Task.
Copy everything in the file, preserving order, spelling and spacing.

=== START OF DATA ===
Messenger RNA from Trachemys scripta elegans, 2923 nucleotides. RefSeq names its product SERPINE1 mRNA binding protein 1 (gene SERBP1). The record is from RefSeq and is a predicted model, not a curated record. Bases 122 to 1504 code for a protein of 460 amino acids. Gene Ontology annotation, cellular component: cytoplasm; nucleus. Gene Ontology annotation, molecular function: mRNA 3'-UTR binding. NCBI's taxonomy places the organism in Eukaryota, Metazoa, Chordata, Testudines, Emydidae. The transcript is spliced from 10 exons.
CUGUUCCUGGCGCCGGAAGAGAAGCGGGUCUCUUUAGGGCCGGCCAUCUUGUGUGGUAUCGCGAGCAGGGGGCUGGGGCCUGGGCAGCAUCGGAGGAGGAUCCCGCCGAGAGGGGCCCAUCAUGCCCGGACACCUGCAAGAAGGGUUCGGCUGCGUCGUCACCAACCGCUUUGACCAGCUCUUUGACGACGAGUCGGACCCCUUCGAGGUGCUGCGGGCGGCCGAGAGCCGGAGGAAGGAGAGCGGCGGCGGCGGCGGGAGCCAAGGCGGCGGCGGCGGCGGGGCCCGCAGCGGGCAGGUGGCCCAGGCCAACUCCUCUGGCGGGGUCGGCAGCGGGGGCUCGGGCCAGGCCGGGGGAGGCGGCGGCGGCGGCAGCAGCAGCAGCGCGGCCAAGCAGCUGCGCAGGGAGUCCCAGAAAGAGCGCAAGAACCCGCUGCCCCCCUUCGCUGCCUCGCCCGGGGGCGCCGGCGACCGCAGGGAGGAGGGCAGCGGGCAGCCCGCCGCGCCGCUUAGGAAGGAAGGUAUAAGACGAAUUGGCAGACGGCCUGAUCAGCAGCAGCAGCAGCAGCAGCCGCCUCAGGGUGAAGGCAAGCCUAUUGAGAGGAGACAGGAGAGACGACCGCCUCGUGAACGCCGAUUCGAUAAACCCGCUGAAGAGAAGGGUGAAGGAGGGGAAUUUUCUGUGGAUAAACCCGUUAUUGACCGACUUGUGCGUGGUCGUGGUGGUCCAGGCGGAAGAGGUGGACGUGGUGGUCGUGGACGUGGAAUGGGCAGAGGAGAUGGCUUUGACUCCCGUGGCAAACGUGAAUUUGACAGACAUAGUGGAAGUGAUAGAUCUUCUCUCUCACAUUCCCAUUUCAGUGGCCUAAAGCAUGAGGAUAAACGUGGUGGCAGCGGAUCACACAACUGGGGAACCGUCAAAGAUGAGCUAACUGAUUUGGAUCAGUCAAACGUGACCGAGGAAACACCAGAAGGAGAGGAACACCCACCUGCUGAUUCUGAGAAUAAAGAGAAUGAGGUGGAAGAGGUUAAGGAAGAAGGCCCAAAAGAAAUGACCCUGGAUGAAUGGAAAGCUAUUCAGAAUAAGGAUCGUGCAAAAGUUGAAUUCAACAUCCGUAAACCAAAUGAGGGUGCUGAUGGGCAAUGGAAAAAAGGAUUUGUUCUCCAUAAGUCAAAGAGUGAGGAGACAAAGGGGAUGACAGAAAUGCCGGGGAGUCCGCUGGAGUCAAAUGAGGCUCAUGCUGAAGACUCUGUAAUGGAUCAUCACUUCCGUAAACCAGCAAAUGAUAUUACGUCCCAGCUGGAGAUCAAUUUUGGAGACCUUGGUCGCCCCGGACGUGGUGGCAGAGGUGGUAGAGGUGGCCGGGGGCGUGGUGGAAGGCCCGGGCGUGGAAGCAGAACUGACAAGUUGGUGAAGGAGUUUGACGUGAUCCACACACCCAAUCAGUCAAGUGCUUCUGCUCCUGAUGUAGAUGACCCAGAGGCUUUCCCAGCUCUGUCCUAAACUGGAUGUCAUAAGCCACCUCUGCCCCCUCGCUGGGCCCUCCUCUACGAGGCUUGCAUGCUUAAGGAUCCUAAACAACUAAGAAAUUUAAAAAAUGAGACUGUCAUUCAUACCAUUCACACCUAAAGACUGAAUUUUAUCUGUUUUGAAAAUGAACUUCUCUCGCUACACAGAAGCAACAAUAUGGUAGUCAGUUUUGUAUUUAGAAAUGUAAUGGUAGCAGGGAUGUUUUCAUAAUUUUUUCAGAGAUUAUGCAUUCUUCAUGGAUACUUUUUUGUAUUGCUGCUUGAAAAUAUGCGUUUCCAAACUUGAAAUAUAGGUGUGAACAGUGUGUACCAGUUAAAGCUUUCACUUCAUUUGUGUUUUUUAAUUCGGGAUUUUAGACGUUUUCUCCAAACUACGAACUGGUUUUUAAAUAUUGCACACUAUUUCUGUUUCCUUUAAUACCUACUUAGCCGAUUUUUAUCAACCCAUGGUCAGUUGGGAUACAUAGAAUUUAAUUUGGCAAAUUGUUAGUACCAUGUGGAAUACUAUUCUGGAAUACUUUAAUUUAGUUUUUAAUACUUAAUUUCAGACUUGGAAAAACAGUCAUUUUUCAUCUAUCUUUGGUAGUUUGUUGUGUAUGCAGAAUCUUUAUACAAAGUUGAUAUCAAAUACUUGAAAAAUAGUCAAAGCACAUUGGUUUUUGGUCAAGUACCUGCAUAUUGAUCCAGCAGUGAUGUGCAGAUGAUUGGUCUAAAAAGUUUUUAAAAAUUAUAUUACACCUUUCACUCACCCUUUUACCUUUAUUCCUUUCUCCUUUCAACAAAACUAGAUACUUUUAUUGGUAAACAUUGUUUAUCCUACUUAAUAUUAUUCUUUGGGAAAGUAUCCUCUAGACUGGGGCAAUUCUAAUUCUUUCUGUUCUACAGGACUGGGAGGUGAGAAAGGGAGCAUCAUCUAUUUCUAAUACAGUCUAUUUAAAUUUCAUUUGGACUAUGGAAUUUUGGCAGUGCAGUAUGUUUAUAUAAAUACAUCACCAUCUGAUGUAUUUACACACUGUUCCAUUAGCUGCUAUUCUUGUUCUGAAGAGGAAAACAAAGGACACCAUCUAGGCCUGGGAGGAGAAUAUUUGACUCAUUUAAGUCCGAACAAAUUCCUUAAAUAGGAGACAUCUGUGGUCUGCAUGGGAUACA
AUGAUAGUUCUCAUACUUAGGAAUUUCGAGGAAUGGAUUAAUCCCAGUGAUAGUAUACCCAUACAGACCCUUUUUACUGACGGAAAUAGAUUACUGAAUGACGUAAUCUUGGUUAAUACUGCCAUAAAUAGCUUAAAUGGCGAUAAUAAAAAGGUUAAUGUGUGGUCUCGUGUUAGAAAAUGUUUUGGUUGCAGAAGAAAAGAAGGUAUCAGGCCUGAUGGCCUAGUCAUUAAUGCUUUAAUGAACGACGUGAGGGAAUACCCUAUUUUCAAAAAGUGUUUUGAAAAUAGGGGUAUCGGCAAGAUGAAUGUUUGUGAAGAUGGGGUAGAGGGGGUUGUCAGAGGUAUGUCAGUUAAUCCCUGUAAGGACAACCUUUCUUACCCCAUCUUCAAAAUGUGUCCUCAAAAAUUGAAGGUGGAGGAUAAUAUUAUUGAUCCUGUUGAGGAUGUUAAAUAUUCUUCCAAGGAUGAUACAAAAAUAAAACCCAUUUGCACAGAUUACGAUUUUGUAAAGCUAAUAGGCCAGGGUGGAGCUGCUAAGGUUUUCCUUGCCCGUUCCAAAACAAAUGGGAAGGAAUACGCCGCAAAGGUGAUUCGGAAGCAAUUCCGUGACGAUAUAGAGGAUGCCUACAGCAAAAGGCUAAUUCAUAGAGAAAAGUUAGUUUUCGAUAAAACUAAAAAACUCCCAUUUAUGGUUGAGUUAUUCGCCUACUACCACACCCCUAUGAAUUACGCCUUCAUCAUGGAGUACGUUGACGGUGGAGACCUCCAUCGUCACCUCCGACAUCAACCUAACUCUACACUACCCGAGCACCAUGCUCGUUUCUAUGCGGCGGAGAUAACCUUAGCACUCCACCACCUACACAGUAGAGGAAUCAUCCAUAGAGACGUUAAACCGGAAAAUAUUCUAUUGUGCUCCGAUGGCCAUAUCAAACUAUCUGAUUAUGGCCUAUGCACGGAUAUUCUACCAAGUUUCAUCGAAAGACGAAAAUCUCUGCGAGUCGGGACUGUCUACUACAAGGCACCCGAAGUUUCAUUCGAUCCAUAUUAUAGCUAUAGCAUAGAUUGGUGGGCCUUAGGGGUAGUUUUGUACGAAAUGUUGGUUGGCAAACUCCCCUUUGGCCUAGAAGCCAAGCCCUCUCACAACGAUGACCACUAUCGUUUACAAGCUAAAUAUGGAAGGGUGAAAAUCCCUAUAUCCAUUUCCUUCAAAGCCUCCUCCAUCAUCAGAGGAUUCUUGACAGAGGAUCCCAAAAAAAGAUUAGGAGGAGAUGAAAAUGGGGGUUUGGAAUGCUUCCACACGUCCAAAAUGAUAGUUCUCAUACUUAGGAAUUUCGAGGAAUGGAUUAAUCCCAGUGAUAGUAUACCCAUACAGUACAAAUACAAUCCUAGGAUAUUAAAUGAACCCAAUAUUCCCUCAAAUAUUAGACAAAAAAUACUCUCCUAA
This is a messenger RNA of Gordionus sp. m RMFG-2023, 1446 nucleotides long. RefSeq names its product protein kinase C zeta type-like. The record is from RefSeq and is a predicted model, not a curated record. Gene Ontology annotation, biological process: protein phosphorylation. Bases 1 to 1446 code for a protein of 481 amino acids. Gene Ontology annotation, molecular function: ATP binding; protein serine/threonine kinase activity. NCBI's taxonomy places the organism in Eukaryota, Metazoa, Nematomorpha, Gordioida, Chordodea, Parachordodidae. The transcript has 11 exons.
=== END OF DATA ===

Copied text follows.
Messenger RNA from Trachemys scripta elegans, 2923 nucleotides. RefSeq names its product SERPINE1 mRNA binding protein 1 (gene SERBP1). The record is from RefSeq and is a predicted model, not a curated record. Bases 122 to 1504 code for a protein of 460 amino acids. Gene Ontology annotation, cellular component: cytoplasm; nucleus. Gene Ontology annotation, molecular function: mRNA 3'-UTR binding. NCBI's taxonomy places the organism in Eukaryota, Metazoa, Chordata, Testudines, Emydidae. The transcript is spliced from 10 exons.
CUGUUCCUGGCGCCGGAAGAGAAGCGGGUCUCUUUAGGGCCGGCCAUCUUGUGUGGUAUCGCGAGCAGGGGGCUGGGGCCUGGGCAGCAUCGGAGGAGGAUCCCGCCGAGAGGGGCCCAUCAUGCCCGGACACCUGCAAGAAGGGUUCGGCUGCGUCGUCACCAACCGCUUUGACCAGCUCUUUGACGACGAGUCGGACCCCUUCGAGGUGCUGCGGGCGGCCGAGAGCCGGAGGAAGGAGAGCGGCGGCGGCGGCGGGAGCCAAGGCGGCGGCGGCGGCGGGGCCCGCAGCGGGCAGGUGGCCCAGGCCAACUCCUCUGGCGGGGUCGGCAGCGGGGGCUCGGGCCAGGCCGGGGGAGGCGGCGGCGGCGGCAGCAGCAGCAGCGCGGCCAAGCAGCUGCGCAGGGAGUCCCAGAAAGAGCGCAAGAACCCGCUGCCCCCCUUCGCUGCCUCGCCCGGGGGCGCCGGCGACCGCAGGGAGGAGGGCAGCGGGCAGCCCGCCGCGCCGCUUAGGAAGGAAGGUAUAAGACGAAUUGGCAGACGGCCUGAUCAGCAGCAGCAGCAGCAGCAGCCGCCUCAGGGUGAAGGCAAGCCUAUUGAGAGGAGACAGGAGAGACGACCGCCUCGUGAACGCCGAUUCGAUAAACCCGCUGAAGAGAAGGGUGAAGGAGGGGAAUUUUCUGUGGAUAAACCCGUUAUUGACCGACUUGUGCGUGGUCGUGGUGGUCCAGGCGGAAGAGGUGGACGUGGUGGUCGUGGACGUGGAAUGGGCAGAGGAGAUGGCUUUGACUCCCGUGGCAAACGUGAAUUUGACAGACAUAGUGGAAGUGAUAGAUCUUCUCUCUCACAUUCCCAUUUCAGUGGCCUAAAGCAUGAGGAUAAACGUGGUGGCAGCGGAUCACACAACUGGGGAACCGUCAAAGAUGAGCUAACUGAUUUGGAUCAGUCAAACGUGACCGAGGAAACACCAGAAGGAGAGGAACACCCACCUGCUGAUUCUGAGAAUAAAGAGAAUGAGGUGGAAGAGGUUAAGGAAGAAGGCCCAAAAGAAAUGACCCUGGAUGAAUGGAAAGCUAUUCAGAAUAAGGAUCGUGCAAAAGUUGAAUUCAACAUCCGUAAACCAAAUGAGGGUGCUGAUGGGCAAUGGAAAAAAGGAUUUGUUCUCCAUAAGUCAAAGAGUGAGGAGACAAAGGGGAUGACAGAAAUGCCGGGGAGUCCGCUGGAGUCAAAUGAGGCUCAUGCUGAAGACUCUGUAAUGGAUCAUCACUUCCGUAAACCAGCAAAUGAUAUUACGUCCCAGCUGGAGAUCAAUUUUGGAGACCUUGGUCGCCCCGGACGUGGUGGCAGAGGUGGUAGAGGUGGCCGGGGGCGUGGUGGAAGGCCCGGGCGUGGAAGCAGAACUGACAAGUUGGUGAAGGAGUUUGACGUGAUCCACACACCCAAUCAGUCAAGUGCUUCUGCUCCUGAUGUAGAUGACCCAGAGGCUUUCCCAGCUCUGUCCUAAACUGGAUGUCAUAAGCCACCUCUGCCCCCUCGCUGGGCCCUCCUCUACGAGGCUUGCAUGCUUAAGGAUCCUAAACAACUAAGAAAUUUAAAAAAUGAGACUGUCAUUCAUACCAUUCACACCUAAAGACUGAAUUUUAUCUGUUUUGAAAAUGAACUUCUCUCGCUACACAGAAGCAACAAUAUGGUAGUCAGUUUUGUAUUUAGAAAUGUAAUGGUAGCAGGGAUGUUUUCAUAAUUUUUUCAGAGAUUAUGCAUUCUUCAUGGAUACUUUUUUGUAUUGCUGCUUGAAAAUAUGCGUUUCCAAACUUGAAAUAUAGGUGUGAACAGUGUGUACCAGUUAAAGCUUUCACUUCAUUUGUGUUUUUUAAUUCGGGAUUUUAGACGUUUUCUCCAAACUACGAACUGGUUUUUAAAUAUUGCACACUAUUUCUGUUUCCUUUAAUACCUACUUAGCCGAUUUUUAUCAACCCAUGGUCAGUUGGGAUACAUAGAAUUUAAUUUGGCAAAUUGUUAGUACCAUGUGGAAUACUAUUCUGGAAUACUUUAAUUUAGUUUUUAAUACUUAAUUUCAGACUUGGAAAAACAGUCAUUUUUCAUCUAUCUUUGGUAGUUUGUUGUGUAUGCAGAAUCUUUAUACAAAGUUGAUAUCAAAUACUUGAAAAAUAGUCAAAGCACAUUGGUUUUUGGUCAAGUACCUGCAUAUUGAUCCAGCAGUGAUGUGCAGAUGAUUGGUCUAAAAAGUUUUUAAAAAUUAUAUUACACCUUUCACUCACCCUUUUACCUUUAUUCCUUUCUCCUUUCAACAAAACUAGAUACUUUUAUUGGUAAACAUUGUUUAUCCUACUUAAUAUUAUUCUUUGGGAAAGUAUCCUCUAGACUGGGGCAAUUCUAAUUCUUUCUGUUCUACAGGACUGGGAGGUGAGAAAGGGAGCAUCAUCUAUUUCUAAUACAGUCUAUUUAAAUUUCAUUUGGACUAUGGAAUUUUGGCAGUGCAGUAUGUUUAUAUAAAUACAUCACCAUCUGAUGUAUUUACACACUGUUCCAUUAGCUGCUAUUCUUGUUCUGAAGAGGAAAACAAAGGACACCAUCUAGGCCUGGGAGGAGAAUAUUUGACUCAUUUAAGUCCGAACAAAUUCCUUAAAUAGGAGACAUCUGUGGUCUGCAUGGGAUACA
AUGAUAGUUCUCAUACUUAGGAAUUUCGAGGAAUGGAUUAAUCCCAGUGAUAGUAUACCCAUACAGACCCUUUUUACUGACGGAAAUAGAUUACUGAAUGACGUAAUCUUGGUUAAUACUGCCAUAAAUAGCUUAAAUGGCGAUAAUAAAAAGGUUAAUGUGUGGUCUCGUGUUAGAAAAUGUUUUGGUUGCAGAAGAAAAGAAGGUAUCAGGCCUGAUGGCCUAGUCAUUAAUGCUUUAAUGAACGACGUGAGGGAAUACCCUAUUUUCAAAAAGUGUUUUGAAAAUAGGGGUAUCGGCAAGAUGAAUGUUUGUGAAGAUGGGGUAGAGGGGGUUGUCAGAGGUAUGUCAGUUAAUCCCUGUAAGGACAACCUUUCUUACCCCAUCUUCAAAAUGUGUCCUCAAAAAUUGAAGGUGGAGGAUAAUAUUAUUGAUCCUGUUGAGGAUGUUAAAUAUUCUUCCAAGGAUGAUACAAAAAUAAAACCCAUUUGCACAGAUUACGAUUUUGUAAAGCUAAUAGGCCAGGGUGGAGCUGCUAAGGUUUUCCUUGCCCGUUCCAAAACAAAUGGGAAGGAAUACGCCGCAAAGGUGAUUCGGAAGCAAUUCCGUGACGAUAUAGAGGAUGCCUACAGCAAAAGGCUAAUUCAUAGAGAAAAGUUAGUUUUCGAUAAAACUAAAAAACUCCCAUUUAUGGUUGAGUUAUUCGCCUACUACCACACCCCUAUGAAUUACGCCUUCAUCAUGGAGUACGUUGACGGUGGAGACCUCCAUCGUCACCUCCGACAUCAACCUAACUCUACACUACCCGAGCACCAUGCUCGUUUCUAUGCGGCGGAGAUAACCUUAGCACUCCACCACCUACACAGUAGAGGAAUCAUCCAUAGAGACGUUAAACCGGAAAAUAUUCUAUUGUGCUCCGAUGGCCAUAUCAAACUAUCUGAUUAUGGCCUAUGCACGGAUAUUCUACCAAGUUUCAUCGAAAGACGAAAAUCUCUGCGAGUCGGGACUGUCUACUACAAGGCACCCGAAGUUUCAUUCGAUCCAUAUUAUAGCUAUAGCAUAGAUUGGUGGGCCUUAGGGGUAGUUUUGUACGAAAUGUUGGUUGGCAAACUCCCCUUUGGCCUAGAAGCCAAGCCCUCUCACAACGAUGACCACUAUCGUUUACAAGCUAAAUAUGGAAGGGUGAAAAUCCCUAUAUCCAUUUCCUUCAAAGCCUCCUCCAUCAUCAGAGGAUUCUUGACAGAGGAUCCCAAAAAAAGAUUAGGAGGAGAUGAAAAUGGGGGUUUGGAAUGCUUCCACACGUCCAAAAUGAUAGUUCUCAUACUUAGGAAUUUCGAGGAAUGGAUUAAUCCCAGUGAUAGUAUACCCAUACAGUACAAAUACAAUCCUAGGAUAUUAAAUGAACCCAAUAUUCCCUCAAAUAUUAGACAAAAAAUACUCUCCUAA
This is a messenger RNA of Gordionus sp. m RMFG-2023, 1446 nucleotides long. RefSeq names its product protein kinase C zeta type-like. The record is from RefSeq and is a predicted model, not a curated record. Gene Ontology annotation, biological process: protein phosphorylation. Bases 1 to 1446 code for a protein of 481 amino acids. Gene Ontology annotation, molecular function: ATP binding; protein serine/threonine kinase activity. NCBI's taxonomy places the organism in Eukaryota, Metazoa, Nematomorpha, Gordioida, Chordodea, Parachordodidae. The transcript has 11 exons.